Bullpen lapse derails Blue Jays' sweep effort
Loup walks three straight batters, gives up go-ahead hit in sixth
CLEVELAND -- The Blue Jays completed a difficult nine-game road trip with a winning record, but they also have to be wondering about what could have been following a pair of blown leads in the past four days.
Toronto went through Baltimore, Minnesota and Cleveland with five wins and four losses. That likely would have been considered an accomplishment a week and a half ago, but now it's also somewhat difficult to take because of the tough losses. The first one happened on Thursday night vs. the Twins, and the latest disappointment came in a series against the Indians.
The bullpen once again struggled with its control, as left-hander Aaron Loup walked the bases loaded before surrendering a three-run double to David Murphy, and the Blue Jays came up just short of a sweep with a 6-4 loss to Cleveland on Sunday afternoon.
"I guess I just have to say it was one of those days," said Loup, who entered the game with a 2.25 ERA. "Chalk it up to one of those rare days where you just kind of don't have it. You kind of have those days every once in awhile. Hopefully they're not as bad as today, but when they do come, you just kind of take them when [they] come and move on, go out there the next day and do your job."
Toronto carried a 4-2 lead into the sixth inning before things started to fall apart. With two outs, Loup walked three consecutive batters to load the bases for Murphy. Loup then got ahead in the count, 0-1, before Murphy slapped a fastball down the left-field line.
The ball appeared to bounce off a post in the fence and ricocheted toward the infield. That caused a delay in Melky Cabrera being able to throw it back into the infield, and all three runners came around to score, as the Indians took a lead they would not relinquish.
The issues with command came just a few days after the Blue Jays set a franchise record by walking eight batters during an inning. Steve Delabar, Sergio Santos and J.A. Happ were responsible for that meltdown, which cost Toronto a 5-3 lead and eventually led to a 9-5 loss.
"It's still a good road trip, 5-4 is still a good road trip, but we were in a position to have a little bit better," Blue Jays starter Brandon Morrow said. "Today and the other day. It's hard to sweep, but that's what we were looking to do. We were in a good position, and it just didn't work out for us in either of those [games]. But those guys are going to bounce back; they're strike-throwers, and they're going to be back in the zone doing what they do."
Earlier on Sunday, it appeared as though Toronto was well on its way to recording its first three-game sweep of the season. The Blue Jays scored three in the fourth as Jose Reyes, Cabrera and Jose Bautista opened the frame with three consecutive hits. Juan Francisco and Brett Lawrie later added a pair of RBIs to put the Blue Jays in front, 3-1.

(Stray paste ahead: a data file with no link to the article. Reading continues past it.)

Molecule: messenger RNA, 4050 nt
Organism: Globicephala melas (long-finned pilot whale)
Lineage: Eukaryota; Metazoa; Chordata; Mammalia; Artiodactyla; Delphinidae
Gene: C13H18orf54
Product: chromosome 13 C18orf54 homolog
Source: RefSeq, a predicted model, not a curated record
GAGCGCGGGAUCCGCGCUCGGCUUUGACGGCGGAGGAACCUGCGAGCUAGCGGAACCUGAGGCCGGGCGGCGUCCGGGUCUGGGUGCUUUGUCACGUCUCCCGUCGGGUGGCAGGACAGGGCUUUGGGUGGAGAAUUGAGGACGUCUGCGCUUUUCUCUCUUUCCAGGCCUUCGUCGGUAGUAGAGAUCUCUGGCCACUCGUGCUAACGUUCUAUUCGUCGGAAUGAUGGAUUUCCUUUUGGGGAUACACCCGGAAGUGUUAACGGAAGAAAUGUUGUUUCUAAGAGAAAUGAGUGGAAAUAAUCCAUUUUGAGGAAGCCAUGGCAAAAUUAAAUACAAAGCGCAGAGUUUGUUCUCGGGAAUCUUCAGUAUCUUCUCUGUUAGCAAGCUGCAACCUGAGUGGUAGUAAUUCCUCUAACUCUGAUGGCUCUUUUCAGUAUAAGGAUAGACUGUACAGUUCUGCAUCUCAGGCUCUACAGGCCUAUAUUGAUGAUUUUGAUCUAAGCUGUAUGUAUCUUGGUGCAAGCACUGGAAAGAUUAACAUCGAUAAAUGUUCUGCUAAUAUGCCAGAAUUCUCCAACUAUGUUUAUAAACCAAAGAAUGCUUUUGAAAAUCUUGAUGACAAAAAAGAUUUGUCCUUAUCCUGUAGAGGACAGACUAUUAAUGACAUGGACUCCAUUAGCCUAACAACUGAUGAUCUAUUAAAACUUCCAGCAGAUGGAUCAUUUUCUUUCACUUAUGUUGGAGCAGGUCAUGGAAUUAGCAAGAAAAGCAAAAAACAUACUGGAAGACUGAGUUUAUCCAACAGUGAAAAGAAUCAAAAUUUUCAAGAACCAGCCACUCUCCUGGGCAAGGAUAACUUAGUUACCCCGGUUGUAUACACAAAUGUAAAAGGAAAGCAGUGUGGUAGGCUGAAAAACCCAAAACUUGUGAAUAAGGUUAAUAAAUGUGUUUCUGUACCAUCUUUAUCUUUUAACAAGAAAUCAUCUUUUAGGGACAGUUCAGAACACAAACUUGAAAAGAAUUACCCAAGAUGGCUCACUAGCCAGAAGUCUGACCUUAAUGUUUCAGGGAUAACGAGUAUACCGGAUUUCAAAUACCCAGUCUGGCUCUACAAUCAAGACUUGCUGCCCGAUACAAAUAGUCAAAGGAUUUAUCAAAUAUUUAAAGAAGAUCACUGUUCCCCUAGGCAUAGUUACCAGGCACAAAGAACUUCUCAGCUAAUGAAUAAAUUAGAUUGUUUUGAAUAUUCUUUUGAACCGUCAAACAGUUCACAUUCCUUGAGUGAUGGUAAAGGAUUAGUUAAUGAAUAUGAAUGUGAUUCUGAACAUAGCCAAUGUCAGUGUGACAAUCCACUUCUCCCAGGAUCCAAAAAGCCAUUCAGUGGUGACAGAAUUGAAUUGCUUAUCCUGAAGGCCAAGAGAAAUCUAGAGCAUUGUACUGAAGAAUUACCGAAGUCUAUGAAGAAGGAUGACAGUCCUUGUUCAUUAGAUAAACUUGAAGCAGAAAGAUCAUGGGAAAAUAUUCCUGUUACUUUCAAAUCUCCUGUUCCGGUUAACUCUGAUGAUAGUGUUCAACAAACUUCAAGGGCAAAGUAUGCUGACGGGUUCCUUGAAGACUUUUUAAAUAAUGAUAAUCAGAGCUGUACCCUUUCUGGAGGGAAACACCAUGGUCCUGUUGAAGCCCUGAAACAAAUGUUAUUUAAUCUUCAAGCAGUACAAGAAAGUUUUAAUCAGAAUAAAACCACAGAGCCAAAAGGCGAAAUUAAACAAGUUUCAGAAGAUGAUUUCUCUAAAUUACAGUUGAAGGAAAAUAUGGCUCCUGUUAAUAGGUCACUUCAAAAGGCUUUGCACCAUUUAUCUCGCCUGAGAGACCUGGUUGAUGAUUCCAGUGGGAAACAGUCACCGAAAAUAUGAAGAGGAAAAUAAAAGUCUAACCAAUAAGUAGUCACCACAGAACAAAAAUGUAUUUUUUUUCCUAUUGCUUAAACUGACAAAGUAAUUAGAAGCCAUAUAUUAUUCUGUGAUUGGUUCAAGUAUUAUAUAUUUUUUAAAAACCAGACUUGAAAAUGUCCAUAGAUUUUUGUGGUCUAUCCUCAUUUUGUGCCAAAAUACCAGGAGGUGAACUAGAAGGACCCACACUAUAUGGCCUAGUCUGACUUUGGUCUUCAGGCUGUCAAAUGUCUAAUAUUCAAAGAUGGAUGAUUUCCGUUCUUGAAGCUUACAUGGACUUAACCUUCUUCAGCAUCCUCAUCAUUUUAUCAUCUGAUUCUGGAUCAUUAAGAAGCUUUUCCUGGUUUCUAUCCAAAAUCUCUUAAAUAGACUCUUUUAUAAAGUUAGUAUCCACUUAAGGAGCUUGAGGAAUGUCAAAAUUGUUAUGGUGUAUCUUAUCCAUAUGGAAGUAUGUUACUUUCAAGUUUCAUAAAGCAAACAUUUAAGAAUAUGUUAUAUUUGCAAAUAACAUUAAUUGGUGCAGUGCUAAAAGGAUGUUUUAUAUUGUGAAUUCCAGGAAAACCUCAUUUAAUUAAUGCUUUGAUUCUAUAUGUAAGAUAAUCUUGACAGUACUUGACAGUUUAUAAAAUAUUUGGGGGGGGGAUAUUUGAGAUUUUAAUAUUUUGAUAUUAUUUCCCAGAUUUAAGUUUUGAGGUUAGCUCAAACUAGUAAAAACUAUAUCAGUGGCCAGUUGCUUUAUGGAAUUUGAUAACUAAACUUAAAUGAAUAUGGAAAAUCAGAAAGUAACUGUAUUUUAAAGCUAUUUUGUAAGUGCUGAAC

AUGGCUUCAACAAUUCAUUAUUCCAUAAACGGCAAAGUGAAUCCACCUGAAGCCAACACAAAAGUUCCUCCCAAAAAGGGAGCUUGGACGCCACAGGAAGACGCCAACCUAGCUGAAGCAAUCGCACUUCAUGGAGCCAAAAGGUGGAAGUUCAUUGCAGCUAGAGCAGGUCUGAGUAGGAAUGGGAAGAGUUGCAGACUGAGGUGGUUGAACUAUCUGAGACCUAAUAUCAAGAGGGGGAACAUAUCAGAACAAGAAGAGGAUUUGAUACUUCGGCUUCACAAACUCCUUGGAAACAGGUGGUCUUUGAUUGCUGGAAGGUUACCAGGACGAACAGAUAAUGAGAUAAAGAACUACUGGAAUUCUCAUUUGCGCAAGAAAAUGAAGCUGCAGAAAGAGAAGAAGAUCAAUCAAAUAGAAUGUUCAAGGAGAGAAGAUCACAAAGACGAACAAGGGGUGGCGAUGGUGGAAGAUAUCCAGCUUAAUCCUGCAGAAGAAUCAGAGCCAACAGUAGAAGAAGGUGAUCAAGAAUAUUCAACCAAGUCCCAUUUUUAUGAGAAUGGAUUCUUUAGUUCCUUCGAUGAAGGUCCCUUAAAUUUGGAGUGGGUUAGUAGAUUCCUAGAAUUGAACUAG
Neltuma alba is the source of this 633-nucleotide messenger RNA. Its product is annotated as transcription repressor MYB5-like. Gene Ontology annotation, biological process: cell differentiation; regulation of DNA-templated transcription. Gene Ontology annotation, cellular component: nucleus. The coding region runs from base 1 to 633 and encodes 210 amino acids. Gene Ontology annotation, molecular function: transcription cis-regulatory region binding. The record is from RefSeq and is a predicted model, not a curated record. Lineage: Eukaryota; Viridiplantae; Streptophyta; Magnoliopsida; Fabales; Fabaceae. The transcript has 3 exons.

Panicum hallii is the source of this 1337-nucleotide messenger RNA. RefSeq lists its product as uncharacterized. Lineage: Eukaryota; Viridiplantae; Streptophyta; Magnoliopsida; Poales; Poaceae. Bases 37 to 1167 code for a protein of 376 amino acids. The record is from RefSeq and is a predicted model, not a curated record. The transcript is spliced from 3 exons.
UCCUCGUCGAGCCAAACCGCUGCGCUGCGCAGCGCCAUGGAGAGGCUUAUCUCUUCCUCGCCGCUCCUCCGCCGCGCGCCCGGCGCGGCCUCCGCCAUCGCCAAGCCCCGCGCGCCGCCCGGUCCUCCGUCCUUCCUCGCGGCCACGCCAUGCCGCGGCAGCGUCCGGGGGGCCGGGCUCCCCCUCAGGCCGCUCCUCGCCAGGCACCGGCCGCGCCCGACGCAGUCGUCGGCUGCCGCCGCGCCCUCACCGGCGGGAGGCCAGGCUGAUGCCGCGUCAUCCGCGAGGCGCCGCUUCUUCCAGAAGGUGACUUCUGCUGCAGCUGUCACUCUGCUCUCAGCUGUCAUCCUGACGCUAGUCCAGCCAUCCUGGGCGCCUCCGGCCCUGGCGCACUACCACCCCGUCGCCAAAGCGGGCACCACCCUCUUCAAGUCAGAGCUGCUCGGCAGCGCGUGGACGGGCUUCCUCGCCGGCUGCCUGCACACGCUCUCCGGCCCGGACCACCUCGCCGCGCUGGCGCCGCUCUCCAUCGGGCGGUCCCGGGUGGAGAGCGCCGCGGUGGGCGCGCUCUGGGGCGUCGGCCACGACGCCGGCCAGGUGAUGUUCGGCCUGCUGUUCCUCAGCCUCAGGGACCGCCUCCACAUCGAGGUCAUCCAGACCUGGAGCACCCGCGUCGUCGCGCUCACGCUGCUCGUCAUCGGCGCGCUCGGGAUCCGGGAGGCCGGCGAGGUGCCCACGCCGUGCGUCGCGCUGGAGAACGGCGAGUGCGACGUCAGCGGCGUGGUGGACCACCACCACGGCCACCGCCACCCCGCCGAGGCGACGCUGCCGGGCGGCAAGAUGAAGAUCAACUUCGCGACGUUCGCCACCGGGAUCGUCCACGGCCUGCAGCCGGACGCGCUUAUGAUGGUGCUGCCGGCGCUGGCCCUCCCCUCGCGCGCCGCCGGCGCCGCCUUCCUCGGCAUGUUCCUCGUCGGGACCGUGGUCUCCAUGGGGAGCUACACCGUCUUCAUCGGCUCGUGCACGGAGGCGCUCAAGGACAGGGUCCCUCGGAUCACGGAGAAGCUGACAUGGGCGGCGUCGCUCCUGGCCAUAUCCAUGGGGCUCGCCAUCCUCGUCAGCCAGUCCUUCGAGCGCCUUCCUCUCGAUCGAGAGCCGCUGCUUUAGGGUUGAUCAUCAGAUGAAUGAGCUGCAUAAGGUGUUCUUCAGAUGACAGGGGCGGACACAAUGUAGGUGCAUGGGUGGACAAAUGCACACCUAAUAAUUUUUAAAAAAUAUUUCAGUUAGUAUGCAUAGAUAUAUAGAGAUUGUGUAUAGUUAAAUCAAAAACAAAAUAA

Toronto added another run in the fifth on a single by Reyes. Indians right-hander Carlos Carrasco was charged with all four of the runs on six hits and three walks, while striking out five. Even though the results were rather mediocre, the outing was still a step in the right direction for a pitcher that entered the game with 10 earned runs in 10 1/3 innings pitched.
Morrow once again struggled with a high pitch count early, and as a result was unable to pitch deep into the game. He allowed one run in the second, another in the fourth and was eventually pulled following a leadoff single in the sixth. He was charged with two runs on three hits and two walks while striking out six and throwing 95 pitches.
Loup entered and proceeded to get one out on a fielder's choice, and then Jason Kipnis was picked off and caught stealing second. That made it seem as though the Blue Jays were in the clear, but three consecutive walks and the double by Murphy quickly changed all of that.
"On lefties, he's really tough," Indians manager Terry Francona said of Loup. "Murph hung in there, took that one swing, cleared the bases, and that ends up being the ballgame. But we did a good job of swinging at strikes, especially off of [Loup]. ... He's got so much deception, especially against the lefties. You can almost give an at-bat away if you don't really bear down. Our guys did a good job."
The Blue Jays did have one final chance in the top of the ninth inning when they loaded the bases for Edwin Encarnacion. The count went to 3-0, and then Indians closer John Axford threw what appeared to be ball four. Encarnacion started walking to first base, but home-plate umpire Ron Culpa called the high strike.
Instead of Francisco walking to the plate with the tying run on third, the at-bat continued, and Encarnacion eventually hit a grounder to second base for the final out of the game. Encarnacion continues to struggle this season, and he is batting just .230 (17-for-74) with no home runs and 19 strikeouts in 19 games.
The Blue Jays will take the day off on Monday before opening a three-game homestand vs. the Orioles and Red Sox beginning on Tuesday night. The 5-4 record was acceptable, but Toronto also knows it could have been much better.
"You look at the whole league, it's pretty much bunched up, nobody has really taken off," Blue Jays manager John Gibbons said. "But sooner or later, you have to do that."